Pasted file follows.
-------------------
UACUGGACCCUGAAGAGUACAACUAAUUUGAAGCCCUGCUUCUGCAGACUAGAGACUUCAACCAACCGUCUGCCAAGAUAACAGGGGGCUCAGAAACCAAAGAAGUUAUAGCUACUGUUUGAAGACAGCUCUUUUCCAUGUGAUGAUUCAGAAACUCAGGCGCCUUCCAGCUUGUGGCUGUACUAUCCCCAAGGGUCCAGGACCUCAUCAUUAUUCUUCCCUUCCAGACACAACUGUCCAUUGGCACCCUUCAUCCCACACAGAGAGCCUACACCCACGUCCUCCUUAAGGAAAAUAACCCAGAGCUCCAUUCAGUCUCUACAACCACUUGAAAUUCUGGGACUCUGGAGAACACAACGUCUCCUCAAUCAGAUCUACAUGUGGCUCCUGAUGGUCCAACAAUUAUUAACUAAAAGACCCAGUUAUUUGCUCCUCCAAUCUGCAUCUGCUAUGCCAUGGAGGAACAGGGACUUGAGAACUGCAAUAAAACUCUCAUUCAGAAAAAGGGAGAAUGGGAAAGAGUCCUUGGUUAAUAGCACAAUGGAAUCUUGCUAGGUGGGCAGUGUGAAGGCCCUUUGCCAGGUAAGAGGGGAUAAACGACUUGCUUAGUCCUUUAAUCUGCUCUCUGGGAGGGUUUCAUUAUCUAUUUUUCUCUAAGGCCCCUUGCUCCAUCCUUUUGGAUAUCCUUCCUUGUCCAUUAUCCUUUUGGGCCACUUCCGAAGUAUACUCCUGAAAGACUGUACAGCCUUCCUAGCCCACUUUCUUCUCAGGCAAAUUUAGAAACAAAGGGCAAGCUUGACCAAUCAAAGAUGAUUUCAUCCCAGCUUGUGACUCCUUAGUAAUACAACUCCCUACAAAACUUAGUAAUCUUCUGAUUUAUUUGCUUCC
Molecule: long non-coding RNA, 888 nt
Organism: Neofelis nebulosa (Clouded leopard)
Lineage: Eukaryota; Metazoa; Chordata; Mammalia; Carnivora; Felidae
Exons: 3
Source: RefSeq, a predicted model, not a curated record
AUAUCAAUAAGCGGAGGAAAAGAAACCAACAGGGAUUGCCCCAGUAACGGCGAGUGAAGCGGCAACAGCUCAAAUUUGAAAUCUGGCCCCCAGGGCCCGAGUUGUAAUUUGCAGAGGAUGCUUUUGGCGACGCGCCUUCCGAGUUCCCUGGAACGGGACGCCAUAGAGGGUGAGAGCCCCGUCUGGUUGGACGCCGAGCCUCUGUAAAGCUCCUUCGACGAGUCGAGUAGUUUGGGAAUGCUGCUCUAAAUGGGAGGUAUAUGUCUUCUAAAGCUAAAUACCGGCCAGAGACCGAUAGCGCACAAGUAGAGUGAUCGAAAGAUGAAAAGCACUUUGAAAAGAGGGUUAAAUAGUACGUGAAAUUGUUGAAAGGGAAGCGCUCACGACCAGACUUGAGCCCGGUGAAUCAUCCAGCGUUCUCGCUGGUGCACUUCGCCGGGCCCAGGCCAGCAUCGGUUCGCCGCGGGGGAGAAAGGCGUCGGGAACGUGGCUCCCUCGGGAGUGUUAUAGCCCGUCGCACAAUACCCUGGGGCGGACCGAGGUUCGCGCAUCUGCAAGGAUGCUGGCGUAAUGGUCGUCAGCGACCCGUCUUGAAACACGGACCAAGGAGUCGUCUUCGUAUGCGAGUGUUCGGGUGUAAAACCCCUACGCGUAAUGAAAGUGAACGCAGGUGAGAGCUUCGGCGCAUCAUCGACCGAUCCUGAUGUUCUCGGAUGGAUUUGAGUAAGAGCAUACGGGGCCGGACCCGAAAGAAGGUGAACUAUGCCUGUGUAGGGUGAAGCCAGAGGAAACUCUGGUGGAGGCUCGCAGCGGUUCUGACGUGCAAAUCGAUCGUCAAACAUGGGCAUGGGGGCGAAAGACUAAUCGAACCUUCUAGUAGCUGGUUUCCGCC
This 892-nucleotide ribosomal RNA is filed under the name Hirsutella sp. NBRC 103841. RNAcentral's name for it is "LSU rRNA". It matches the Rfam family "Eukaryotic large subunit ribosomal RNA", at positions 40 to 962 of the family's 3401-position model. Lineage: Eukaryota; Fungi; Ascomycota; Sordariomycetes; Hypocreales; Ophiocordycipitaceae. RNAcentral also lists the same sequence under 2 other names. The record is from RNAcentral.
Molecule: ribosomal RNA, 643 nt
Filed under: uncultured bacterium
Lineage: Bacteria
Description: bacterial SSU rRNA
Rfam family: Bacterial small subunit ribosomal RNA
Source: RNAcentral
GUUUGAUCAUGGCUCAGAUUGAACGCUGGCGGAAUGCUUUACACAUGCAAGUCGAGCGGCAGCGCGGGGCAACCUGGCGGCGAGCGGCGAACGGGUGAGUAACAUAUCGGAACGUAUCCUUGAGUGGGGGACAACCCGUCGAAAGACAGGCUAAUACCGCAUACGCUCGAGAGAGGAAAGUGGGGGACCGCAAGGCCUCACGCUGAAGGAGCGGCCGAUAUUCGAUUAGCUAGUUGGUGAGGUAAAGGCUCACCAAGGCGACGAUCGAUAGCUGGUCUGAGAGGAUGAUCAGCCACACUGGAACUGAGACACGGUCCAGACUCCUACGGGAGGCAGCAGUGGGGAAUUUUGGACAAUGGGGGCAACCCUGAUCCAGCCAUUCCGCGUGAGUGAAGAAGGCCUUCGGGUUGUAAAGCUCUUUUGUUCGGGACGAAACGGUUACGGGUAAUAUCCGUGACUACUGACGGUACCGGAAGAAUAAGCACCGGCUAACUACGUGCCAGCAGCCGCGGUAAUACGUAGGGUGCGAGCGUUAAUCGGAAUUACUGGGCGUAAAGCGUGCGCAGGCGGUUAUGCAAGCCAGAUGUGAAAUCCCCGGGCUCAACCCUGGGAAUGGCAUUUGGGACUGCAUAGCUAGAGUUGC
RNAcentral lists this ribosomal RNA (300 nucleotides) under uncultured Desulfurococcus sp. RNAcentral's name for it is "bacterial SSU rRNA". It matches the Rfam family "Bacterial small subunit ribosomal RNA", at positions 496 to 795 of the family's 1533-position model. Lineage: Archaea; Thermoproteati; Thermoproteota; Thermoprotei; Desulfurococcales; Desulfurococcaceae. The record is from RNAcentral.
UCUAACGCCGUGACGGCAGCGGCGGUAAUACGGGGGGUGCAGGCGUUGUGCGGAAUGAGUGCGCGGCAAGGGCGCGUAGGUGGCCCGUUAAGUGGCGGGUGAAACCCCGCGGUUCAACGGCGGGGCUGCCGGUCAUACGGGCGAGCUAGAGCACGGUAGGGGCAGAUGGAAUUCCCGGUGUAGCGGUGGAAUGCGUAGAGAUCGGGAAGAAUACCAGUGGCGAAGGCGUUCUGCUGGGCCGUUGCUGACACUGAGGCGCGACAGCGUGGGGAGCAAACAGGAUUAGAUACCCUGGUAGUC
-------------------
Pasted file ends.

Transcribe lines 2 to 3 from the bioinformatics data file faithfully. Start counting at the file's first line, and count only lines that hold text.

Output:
Molecule: long non-coding RNA, 888 nt
Organism: Neofelis nebulosa (Clouded leopard)